This anti-intellectual tendency in the modern world is no trifling thing; it has its roots deep in the entire philosophical development of modern times. Modern philosophy...has had as its dominant note, certainly as its present day result, a depreciation of the reason and a skeptical answer to Pilate's question, "What is truth?" This attack upon the intellect has been conducted by men of marked intellectual power; but an attack it has been all the same. And at last the logical results of it, even in the sphere of practice, are beginning to appear. A marked characteristic of the present day is a lamentable intellectual decline, which has appeared in all fields of human endeavor except those that deal with purely material things. The intellect has been browbeaten so long in theory that one cannot be surprised if it is now ceasing to function in practice...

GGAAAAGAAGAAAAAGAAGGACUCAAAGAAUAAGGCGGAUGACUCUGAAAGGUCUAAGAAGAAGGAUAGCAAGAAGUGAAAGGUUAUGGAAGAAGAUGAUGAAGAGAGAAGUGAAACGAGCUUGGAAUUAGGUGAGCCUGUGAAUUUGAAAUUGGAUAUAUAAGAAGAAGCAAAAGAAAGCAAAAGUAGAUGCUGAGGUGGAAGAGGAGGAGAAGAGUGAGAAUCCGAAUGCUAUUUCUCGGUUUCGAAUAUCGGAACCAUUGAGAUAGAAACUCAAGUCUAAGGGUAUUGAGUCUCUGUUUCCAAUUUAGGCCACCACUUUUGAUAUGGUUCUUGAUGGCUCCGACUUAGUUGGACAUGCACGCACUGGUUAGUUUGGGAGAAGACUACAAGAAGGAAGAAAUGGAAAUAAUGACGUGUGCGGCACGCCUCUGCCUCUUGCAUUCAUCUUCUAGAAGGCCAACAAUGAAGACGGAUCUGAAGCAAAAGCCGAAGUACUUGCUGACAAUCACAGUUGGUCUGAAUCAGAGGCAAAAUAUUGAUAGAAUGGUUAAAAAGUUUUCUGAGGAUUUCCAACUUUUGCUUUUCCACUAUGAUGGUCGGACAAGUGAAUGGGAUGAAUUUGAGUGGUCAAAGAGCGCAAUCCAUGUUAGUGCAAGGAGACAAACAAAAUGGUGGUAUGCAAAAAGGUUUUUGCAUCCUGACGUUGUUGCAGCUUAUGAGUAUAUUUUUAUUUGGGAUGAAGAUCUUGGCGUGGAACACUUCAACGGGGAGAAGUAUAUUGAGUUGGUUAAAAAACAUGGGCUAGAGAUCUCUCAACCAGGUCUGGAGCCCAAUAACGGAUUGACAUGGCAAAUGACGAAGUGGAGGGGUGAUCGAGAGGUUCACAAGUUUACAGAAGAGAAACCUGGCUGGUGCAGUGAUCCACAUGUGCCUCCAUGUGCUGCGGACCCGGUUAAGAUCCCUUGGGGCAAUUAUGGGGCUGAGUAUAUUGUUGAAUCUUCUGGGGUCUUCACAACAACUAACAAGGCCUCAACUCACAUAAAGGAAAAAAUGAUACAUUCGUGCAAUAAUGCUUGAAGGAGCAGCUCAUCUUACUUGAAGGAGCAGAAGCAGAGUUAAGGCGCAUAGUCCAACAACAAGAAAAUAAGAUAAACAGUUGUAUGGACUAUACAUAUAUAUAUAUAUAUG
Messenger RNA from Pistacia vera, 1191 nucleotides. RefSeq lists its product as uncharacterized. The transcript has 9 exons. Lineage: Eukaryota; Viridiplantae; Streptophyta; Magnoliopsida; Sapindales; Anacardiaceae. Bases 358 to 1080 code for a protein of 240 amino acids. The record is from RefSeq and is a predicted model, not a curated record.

As over against this anti-intellectual tendency in the modern world, it will be one chief purpose of the present little book to defend the primacy of the intellect, and in particular to try to break down the false and disastrous opposition which has been set up between knowledge and faith.

That, too, is a chief purpose of this little book. The following pages argue that it is rational to believe what God says; it is irrational to disbelieve God. No argument is more urgently needed than that.

 


Against The World. The Trinity Review, 1978-1988. [What Is Faith, John W. Robbins, pg. 121-122] John W. Robbins, Editor. The Trinity Foundation, P.O. Box 68, Unicoi, Tennessee 37692.